Hamilton v. Fidelity Warranty Services
MEMORANDUM OPINION. Signed by Magistrate Judge Staci G Cornelius on 8/9/16. (MRR, )
2016 Aug-09 AM 10:30
U.S. DISTRICT COURT
N.D. OF ALABAMA
UNITED STATES DISTRICT COURT
FOR THE NORTHERN DISTRICT OF ALABAMA
EUGENIA W. HAMILTON,
FIDELITY WARRANTY SERVICES,
Case No.: 2:15-cv-01142-SGC
Plaintiff, Eugenia W. Hamilton, commenced this action by filing a
Complaint in the Circuit Court of Shelby County on May 22, 2015, naming
Fidelity Warranty Services (“Defendant”) as the sole defendant. (Doc. 1 at 14-15).
Defendant timely removed the action to this court pursuant to 28 U.S.C. §§ 1332,
1441, and 1446. (Doc. 1 at 1-4). The parties consented to magistrate judge
jurisdiction pursuant to 28 U.S.C. § 636(c) on August 31, 2015.
Presently pending is Defendant’s Motion to Dismiss Count II of Plaintiff’s
complaint. (Doc. 4). For the reasons that follow, Defendant’s motion is due to be
STANDARD OF REVIEW
Under Rule 8 of the Federal Rules of Civil Procedure, a plaintiff must plead
“a short and plain statement of the claim showing that the pleader is entitled to
relief” and “a demand for the relief sought.” FED. R. CIV. P. 8(a)(1). As explained
by the Supreme Court, “a complaint attacked by a Rule 12(b)(6) motion to dismiss
does not need detailed factual allegations,” but must include more than “labels and
conclusions, and a formulaic recitation of a cause of action’s elements will not do.”
Bell Atl. Corp. v. Twombly, 550 U.S. 544, 555 (2007). To survive a motion to
dismiss, “a complaint must contain sufficient factual matter, accepted as true, to
‘state a claim to relief that is plausible on its face.’” Ashcroft v. Iqbal, 556 U.S.
662, 678 (2009) (quoting Twombly, 550 U.S. at 570). Whether a complaint states a
plausible claim for relief is a fact-specific determination for the court, drawing on
judicial experience as well as common sense. Iqbal, 556 U.S. at 679. Twombly
instructs courts faced with a motion to dismiss to accept the complaint’s purely
factual allegations as true and determine whether those facts state a claim.
In complaints alleging fraud, however, Rule 9(b) holds the plaintiff to a
higher pleading standard requiring the plaintiff to allege fraud “with particularity.”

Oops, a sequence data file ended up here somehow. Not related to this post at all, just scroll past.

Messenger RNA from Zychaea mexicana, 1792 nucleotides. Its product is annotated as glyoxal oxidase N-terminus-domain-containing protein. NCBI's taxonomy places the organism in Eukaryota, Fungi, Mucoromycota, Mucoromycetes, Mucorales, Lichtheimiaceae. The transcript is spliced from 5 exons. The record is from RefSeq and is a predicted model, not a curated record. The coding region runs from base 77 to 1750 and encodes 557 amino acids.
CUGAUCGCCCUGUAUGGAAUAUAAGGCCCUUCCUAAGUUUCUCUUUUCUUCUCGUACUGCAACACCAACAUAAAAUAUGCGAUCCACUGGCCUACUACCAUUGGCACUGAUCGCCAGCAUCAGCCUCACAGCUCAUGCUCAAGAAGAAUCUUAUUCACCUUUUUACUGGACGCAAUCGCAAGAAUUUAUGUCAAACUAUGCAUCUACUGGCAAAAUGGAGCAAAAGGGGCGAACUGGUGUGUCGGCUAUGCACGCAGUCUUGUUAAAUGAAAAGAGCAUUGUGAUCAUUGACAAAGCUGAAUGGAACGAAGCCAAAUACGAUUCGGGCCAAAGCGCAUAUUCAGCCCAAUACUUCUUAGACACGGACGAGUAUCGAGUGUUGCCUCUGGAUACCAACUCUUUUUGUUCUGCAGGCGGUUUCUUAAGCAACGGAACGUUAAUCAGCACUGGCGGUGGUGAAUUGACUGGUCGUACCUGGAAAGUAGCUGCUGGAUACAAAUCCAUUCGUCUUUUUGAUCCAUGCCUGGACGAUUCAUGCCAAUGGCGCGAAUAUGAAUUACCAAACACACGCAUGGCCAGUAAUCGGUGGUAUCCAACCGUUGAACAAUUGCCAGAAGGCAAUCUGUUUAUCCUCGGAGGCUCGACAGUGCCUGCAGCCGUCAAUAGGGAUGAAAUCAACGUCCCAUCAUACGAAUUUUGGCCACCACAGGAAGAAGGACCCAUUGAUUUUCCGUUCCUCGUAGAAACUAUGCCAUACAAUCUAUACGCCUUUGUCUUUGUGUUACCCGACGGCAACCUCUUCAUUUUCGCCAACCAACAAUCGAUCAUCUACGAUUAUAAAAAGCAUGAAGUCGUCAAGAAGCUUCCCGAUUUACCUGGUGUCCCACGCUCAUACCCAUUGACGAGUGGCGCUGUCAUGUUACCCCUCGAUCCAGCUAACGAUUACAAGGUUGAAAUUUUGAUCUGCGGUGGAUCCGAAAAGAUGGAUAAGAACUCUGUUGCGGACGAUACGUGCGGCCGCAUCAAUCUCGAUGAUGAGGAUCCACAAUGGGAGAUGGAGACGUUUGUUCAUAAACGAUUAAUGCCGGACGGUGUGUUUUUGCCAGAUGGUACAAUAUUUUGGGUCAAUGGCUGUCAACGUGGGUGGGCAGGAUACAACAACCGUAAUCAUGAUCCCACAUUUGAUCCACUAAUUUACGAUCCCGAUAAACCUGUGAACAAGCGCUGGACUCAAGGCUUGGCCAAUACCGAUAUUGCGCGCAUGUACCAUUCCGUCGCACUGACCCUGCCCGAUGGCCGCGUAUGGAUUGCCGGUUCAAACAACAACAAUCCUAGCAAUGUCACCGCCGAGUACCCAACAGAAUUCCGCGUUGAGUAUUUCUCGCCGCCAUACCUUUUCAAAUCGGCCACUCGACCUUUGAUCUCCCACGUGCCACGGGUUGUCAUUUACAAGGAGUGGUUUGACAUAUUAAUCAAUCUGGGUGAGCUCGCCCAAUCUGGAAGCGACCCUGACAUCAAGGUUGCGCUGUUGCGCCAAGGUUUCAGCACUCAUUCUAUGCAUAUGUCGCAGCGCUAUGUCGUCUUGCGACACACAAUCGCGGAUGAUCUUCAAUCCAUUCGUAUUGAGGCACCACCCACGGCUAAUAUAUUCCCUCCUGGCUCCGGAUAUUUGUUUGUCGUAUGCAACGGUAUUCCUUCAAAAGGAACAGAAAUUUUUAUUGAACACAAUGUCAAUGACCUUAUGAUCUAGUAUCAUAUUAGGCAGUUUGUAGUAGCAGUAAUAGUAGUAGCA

Fowler v. Goodman Mfg. Co. LP, No. 14-0968, 2014 WL 7048581, at *8 (N.D.
Ala. Dec. 12, 2014). In order to allege fraud with particularity, a plaintiff must set
forth “(1) precisely what statements were made in what documents or oral
representations or what omissions were made, (2) the time and place of each such
statement and the person responsible for making (or, in the case of omissions, not
making) same, (3) the content of such statements and the manner in which they
misled the plaintiff, and (4) what the defendants obtained as a consequence of the
fraud.” Id. (quoting Ziemba v. Cascade Int’l, Inc., 256 F.3d 1191, 1202 (11th Cir.
2001) (internal quotation omitted)).
Plaintiff’s fraud claim is due to be dismissed on two distinct grounds: first,
Plaintiff has failed to meet the heightened pleading standard required in Rule 9(b)
of the Federal Rules of Civil Procedure, and second, Plaintiff’s claim is barred by
the statute of limitations.
A. Failure to State a Claim Upon Which Relief Can Be Granted
Due to the higher pleading standard set forth in Rule 9(b), Plaintiff must
allege fraud with particularity. FED. R. CIV. P. 9(b). In order to satisfy Rule 9(b)’s
particularity standard, Plaintiff must first state the precise statements made to her
by Defendant. W. Coast Roofing & Waterproofing, Inc. v. Johns Manville, Inc.,
No. 07-13421, 2008 WL 2845215, at *3 (11th Cir. July 24, 2008); see also Fowler,
2014 WL 7048581, at *8 (“alleging fraud with particularity requires a plaintiff to
set forth ‘(1) precisely what statements were made … .’” (quoting Ziemba, 256
F.3d at 1202)). In her complaint, Plaintiff stated precisely what statements were
made to her by the unknown representative of Defendant, i.e., the warranty at issue
“would be the best way to cover any and all necessary repairs that may be required
for the vehicle, other than those caused by accident.” (Doc. 1 at 15). Second,
Plaintiff must state the time and place the statements were made, in addition to the